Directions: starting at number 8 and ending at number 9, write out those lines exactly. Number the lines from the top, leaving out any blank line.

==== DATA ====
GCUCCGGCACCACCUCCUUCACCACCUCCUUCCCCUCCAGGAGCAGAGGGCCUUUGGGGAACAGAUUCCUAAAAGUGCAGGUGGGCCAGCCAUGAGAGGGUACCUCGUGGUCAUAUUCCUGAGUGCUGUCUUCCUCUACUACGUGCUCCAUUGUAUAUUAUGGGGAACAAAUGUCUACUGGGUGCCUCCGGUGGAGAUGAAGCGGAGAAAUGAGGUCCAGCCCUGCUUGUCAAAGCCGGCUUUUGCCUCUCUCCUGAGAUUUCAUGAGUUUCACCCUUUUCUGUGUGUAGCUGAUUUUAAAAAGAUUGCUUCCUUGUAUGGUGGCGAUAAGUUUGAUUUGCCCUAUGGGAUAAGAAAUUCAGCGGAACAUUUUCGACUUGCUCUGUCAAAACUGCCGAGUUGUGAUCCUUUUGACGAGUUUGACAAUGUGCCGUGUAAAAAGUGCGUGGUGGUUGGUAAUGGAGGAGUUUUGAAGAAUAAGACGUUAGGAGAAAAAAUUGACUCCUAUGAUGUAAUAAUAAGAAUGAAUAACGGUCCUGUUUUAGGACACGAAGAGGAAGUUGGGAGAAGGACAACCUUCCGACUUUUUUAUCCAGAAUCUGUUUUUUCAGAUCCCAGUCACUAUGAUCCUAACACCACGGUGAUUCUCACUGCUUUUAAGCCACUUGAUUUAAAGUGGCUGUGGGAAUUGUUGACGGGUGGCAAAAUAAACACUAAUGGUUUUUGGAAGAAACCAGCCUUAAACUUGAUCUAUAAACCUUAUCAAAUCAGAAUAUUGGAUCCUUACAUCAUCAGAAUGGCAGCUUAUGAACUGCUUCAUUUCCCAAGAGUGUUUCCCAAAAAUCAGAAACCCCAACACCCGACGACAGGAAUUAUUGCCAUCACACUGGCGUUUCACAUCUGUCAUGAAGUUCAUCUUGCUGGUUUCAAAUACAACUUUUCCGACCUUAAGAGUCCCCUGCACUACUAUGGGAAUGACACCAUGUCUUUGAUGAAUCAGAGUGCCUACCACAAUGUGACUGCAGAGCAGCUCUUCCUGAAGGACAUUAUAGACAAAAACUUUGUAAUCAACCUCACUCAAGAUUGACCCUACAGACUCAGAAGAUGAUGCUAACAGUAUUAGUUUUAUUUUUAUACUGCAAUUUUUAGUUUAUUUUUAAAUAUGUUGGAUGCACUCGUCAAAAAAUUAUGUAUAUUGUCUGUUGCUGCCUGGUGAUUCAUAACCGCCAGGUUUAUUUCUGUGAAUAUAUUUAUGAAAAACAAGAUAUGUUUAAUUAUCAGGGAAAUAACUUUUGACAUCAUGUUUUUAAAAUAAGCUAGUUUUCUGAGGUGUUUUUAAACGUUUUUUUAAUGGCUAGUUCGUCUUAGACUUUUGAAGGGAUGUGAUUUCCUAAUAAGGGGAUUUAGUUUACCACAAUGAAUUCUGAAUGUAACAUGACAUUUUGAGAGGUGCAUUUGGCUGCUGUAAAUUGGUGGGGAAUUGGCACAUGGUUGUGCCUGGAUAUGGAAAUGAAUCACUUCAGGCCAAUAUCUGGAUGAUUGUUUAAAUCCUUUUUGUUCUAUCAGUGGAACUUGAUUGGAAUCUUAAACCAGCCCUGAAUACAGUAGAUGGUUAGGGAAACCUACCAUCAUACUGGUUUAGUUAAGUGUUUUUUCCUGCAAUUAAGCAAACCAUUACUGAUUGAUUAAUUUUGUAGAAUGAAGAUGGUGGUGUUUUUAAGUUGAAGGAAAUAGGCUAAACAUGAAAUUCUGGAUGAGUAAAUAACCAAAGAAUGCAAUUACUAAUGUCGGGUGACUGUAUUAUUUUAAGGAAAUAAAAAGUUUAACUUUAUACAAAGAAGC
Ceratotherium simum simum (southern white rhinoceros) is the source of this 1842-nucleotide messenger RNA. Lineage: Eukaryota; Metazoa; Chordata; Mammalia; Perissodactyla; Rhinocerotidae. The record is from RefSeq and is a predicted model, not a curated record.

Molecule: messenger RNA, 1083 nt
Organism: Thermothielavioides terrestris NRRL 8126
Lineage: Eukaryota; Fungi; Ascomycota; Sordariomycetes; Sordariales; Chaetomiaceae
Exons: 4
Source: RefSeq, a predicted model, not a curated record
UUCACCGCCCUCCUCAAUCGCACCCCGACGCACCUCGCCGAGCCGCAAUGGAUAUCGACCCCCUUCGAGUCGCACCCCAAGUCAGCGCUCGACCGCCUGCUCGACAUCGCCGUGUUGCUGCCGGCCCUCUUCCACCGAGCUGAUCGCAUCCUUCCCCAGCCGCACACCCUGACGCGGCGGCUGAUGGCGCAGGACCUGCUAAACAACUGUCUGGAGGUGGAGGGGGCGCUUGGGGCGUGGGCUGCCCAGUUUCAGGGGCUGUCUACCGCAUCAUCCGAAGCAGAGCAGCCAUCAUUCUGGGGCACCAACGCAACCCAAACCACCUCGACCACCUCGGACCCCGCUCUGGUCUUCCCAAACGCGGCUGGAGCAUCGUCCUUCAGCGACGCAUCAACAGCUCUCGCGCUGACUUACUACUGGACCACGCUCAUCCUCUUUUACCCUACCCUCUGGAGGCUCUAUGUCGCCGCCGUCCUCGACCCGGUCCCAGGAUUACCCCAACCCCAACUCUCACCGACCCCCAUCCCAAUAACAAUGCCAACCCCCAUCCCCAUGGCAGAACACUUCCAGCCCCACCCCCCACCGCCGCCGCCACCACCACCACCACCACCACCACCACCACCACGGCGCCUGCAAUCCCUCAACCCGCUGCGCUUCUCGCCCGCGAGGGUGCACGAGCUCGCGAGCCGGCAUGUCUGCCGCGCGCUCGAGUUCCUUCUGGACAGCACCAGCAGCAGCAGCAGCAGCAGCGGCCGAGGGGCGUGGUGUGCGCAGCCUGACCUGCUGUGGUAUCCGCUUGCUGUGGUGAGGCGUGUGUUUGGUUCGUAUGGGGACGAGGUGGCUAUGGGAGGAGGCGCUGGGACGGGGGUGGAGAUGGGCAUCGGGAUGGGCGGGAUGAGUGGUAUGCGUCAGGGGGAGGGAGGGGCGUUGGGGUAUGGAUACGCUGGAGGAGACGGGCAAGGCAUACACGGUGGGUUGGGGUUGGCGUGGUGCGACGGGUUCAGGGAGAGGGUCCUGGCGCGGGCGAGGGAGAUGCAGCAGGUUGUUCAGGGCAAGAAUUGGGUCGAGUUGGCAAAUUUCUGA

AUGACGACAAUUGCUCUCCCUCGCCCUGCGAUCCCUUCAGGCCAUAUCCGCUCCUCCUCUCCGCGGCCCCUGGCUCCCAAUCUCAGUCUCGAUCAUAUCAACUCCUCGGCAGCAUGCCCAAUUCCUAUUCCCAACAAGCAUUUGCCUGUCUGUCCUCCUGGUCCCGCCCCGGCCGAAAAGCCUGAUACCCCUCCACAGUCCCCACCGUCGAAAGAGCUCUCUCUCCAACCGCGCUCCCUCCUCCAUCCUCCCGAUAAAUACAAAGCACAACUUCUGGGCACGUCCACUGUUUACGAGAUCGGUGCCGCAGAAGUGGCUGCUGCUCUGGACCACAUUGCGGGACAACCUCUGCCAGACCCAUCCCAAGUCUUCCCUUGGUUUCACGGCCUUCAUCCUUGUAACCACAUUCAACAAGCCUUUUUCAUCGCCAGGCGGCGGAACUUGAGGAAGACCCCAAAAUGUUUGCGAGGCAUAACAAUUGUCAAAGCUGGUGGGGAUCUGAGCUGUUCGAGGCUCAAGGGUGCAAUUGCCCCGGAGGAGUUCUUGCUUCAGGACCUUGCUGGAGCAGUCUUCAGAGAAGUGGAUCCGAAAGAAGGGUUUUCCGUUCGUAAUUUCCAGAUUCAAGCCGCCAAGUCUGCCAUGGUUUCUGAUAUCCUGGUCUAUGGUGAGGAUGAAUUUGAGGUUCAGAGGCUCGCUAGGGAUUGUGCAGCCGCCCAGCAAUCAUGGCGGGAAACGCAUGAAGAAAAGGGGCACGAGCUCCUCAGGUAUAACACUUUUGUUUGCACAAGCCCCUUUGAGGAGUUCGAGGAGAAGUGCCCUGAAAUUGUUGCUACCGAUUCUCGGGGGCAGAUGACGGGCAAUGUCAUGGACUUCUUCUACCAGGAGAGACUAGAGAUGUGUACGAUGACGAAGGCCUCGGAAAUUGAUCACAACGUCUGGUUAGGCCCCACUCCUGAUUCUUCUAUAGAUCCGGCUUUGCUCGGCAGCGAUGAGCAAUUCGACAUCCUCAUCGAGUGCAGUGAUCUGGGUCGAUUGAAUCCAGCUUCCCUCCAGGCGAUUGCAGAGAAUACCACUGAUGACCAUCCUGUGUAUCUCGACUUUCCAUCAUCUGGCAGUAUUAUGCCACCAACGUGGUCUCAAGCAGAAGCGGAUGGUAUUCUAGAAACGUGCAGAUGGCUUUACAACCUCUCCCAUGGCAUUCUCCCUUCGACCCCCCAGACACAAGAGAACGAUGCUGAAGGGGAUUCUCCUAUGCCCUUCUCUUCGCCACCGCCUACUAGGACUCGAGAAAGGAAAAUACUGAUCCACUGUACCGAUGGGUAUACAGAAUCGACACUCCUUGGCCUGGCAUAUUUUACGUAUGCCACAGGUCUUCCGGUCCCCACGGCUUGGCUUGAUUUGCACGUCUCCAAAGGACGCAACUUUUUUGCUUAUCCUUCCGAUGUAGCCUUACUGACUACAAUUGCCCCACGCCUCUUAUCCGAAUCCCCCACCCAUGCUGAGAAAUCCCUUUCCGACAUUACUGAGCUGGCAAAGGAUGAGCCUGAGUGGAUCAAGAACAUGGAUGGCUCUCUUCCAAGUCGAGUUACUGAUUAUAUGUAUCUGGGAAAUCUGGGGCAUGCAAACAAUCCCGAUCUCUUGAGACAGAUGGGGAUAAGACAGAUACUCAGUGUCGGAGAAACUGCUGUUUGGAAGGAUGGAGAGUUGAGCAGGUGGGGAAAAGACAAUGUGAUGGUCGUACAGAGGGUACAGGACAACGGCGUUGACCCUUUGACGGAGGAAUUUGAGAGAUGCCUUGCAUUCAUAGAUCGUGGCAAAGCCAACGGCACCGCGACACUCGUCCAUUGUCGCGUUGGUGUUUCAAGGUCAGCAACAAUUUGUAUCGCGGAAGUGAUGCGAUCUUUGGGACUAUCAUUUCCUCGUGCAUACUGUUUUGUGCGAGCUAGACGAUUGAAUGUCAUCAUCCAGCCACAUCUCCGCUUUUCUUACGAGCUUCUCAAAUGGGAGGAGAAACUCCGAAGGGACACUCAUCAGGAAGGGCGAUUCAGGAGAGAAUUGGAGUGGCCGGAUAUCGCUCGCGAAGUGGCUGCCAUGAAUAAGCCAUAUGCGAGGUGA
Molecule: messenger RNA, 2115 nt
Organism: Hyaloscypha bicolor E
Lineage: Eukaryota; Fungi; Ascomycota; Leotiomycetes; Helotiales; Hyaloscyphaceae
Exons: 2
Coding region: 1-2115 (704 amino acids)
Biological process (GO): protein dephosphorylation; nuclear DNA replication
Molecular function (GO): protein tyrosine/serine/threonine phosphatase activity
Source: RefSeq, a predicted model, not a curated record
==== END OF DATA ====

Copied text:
UUCACCGCCCUCCUCAAUCGCACCCCGACGCACCUCGCCGAGCCGCAAUGGAUAUCGACCCCCUUCGAGUCGCACCCCAAGUCAGCGCUCGACCGCCUGCUCGACAUCGCCGUGUUGCUGCCGGCCCUCUUCCACCGAGCUGAUCGCAUCCUUCCCCAGCCGCACACCCUGACGCGGCGGCUGAUGGCGCAGGACCUGCUAAACAACUGUCUGGAGGUGGAGGGGGCGCUUGGGGCGUGGGCUGCCCAGUUUCAGGGGCUGUCUACCGCAUCAUCCGAAGCAGAGCAGCCAUCAUUCUGGGGCACCAACGCAACCCAAACCACCUCGACCACCUCGGACCCCGCUCUGGUCUUCCCAAACGCGGCUGGAGCAUCGUCCUUCAGCGACGCAUCAACAGCUCUCGCGCUGACUUACUACUGGACCACGCUCAUCCUCUUUUACCCUACCCUCUGGAGGCUCUAUGUCGCCGCCGUCCUCGACCCGGUCCCAGGAUUACCCCAACCCCAACUCUCACCGACCCCCAUCCCAAUAACAAUGCCAACCCCCAUCCCCAUGGCAGAACACUUCCAGCCCCACCCCCCACCGCCGCCGCCACCACCACCACCACCACCACCACCACCACCACGGCGCCUGCAAUCCCUCAACCCGCUGCGCUUCUCGCCCGCGAGGGUGCACGAGCUCGCGAGCCGGCAUGUCUGCCGCGCGCUCGAGUUCCUUCUGGACAGCACCAGCAGCAGCAGCAGCAGCAGCGGCCGAGGGGCGUGGUGUGCGCAGCCUGACCUGCUGUGGUAUCCGCUUGCUGUGGUGAGGCGUGUGUUUGGUUCGUAUGGGGACGAGGUGGCUAUGGGAGGAGGCGCUGGGACGGGGGUGGAGAUGGGCAUCGGGAUGGGCGGGAUGAGUGGUAUGCGUCAGGGGGAGGGAGGGGCGUUGGGGUAUGGAUACGCUGGAGGAGACGGGCAAGGCAUACACGGUGGGUUGGGGUUGGCGUGGUGCGACGGGUUCAGGGAGAGGGUCCUGGCGCGGGCGAGGGAGAUGCAGCAGGUUGUUCAGGGCAAGAAUUGGGUCGAGUUGGCAAAUUUCUGA

AUGACGACAAUUGCUCUCCCUCGCCCUGCGAUCCCUUCAGGCCAUAUCCGCUCCUCCUCUCCGCGGCCCCUGGCUCCCAAUCUCAGUCUCGAUCAUAUCAACUCCUCGGCAGCAUGCCCAAUUCCUAUUCCCAACAAGCAUUUGCCUGUCUGUCCUCCUGGUCCCGCCCCGGCCGAAAAGCCUGAUACCCCUCCACAGUCCCCACCGUCGAAAGAGCUCUCUCUCCAACCGCGCUCCCUCCUCCAUCCUCCCGAUAAAUACAAAGCACAACUUCUGGGCACGUCCACUGUUUACGAGAUCGGUGCCGCAGAAGUGGCUGCUGCUCUGGACCACAUUGCGGGACAACCUCUGCCAGACCCAUCCCAAGUCUUCCCUUGGUUUCACGGCCUUCAUCCUUGUAACCACAUUCAACAAGCCUUUUUCAUCGCCAGGCGGCGGAACUUGAGGAAGACCCCAAAAUGUUUGCGAGGCAUAACAAUUGUCAAAGCUGGUGGGGAUCUGAGCUGUUCGAGGCUCAAGGGUGCAAUUGCCCCGGAGGAGUUCUUGCUUCAGGACCUUGCUGGAGCAGUCUUCAGAGAAGUGGAUCCGAAAGAAGGGUUUUCCGUUCGUAAUUUCCAGAUUCAAGCCGCCAAGUCUGCCAUGGUUUCUGAUAUCCUGGUCUAUGGUGAGGAUGAAUUUGAGGUUCAGAGGCUCGCUAGGGAUUGUGCAGCCGCCCAGCAAUCAUGGCGGGAAACGCAUGAAGAAAAGGGGCACGAGCUCCUCAGGUAUAACACUUUUGUUUGCACAAGCCCCUUUGAGGAGUUCGAGGAGAAGUGCCCUGAAAUUGUUGCUACCGAUUCUCGGGGGCAGAUGACGGGCAAUGUCAUGGACUUCUUCUACCAGGAGAGACUAGAGAUGUGUACGAUGACGAAGGCCUCGGAAAUUGAUCACAACGUCUGGUUAGGCCCCACUCCUGAUUCUUCUAUAGAUCCGGCUUUGCUCGGCAGCGAUGAGCAAUUCGACAUCCUCAUCGAGUGCAGUGAUCUGGGUCGAUUGAAUCCAGCUUCCCUCCAGGCGAUUGCAGAGAAUACCACUGAUGACCAUCCUGUGUAUCUCGACUUUCCAUCAUCUGGCAGUAUUAUGCCACCAACGUGGUCUCAAGCAGAAGCGGAUGGUAUUCUAGAAACGUGCAGAUGGCUUUACAACCUCUCCCAUGGCAUUCUCCCUUCGACCCCCCAGACACAAGAGAACGAUGCUGAAGGGGAUUCUCCUAUGCCCUUCUCUUCGCCACCGCCUACUAGGACUCGAGAAAGGAAAAUACUGAUCCACUGUACCGAUGGGUAUACAGAAUCGACACUCCUUGGCCUGGCAUAUUUUACGUAUGCCACAGGUCUUCCGGUCCCCACGGCUUGGCUUGAUUUGCACGUCUCCAAAGGACGCAACUUUUUUGCUUAUCCUUCCGAUGUAGCCUUACUGACUACAAUUGCCCCACGCCUCUUAUCCGAAUCCCCCACCCAUGCUGAGAAAUCCCUUUCCGACAUUACUGAGCUGGCAAAGGAUGAGCCUGAGUGGAUCAAGAACAUGGAUGGCUCUCUUCCAAGUCGAGUUACUGAUUAUAUGUAUCUGGGAAAUCUGGGGCAUGCAAACAAUCCCGAUCUCUUGAGACAGAUGGGGAUAAGACAGAUACUCAGUGUCGGAGAAACUGCUGUUUGGAAGGAUGGAGAGUUGAGCAGGUGGGGAAAAGACAAUGUGAUGGUCGUACAGAGGGUACAGGACAACGGCGUUGACCCUUUGACGGAGGAAUUUGAGAGAUGCCUUGCAUUCAUAGAUCGUGGCAAAGCCAACGGCACCGCGACACUCGUCCAUUGUCGCGUUGGUGUUUCAAGGUCAGCAACAAUUUGUAUCGCGGAAGUGAUGCGAUCUUUGGGACUAUCAUUUCCUCGUGCAUACUGUUUUGUGCGAGCUAGACGAUUGAAUGUCAUCAUCCAGCCACAUCUCCGCUUUUCUUACGAGCUUCUCAAAUGGGAGGAGAAACUCCGAAGGGACACUCAUCAGGAAGGGCGAUUCAGGAGAGAAUUGGAGUGGCCGGAUAUCGCUCGCGAAGUGGCUGCCAUGAAUAAGCCAUAUGCGAGGUGA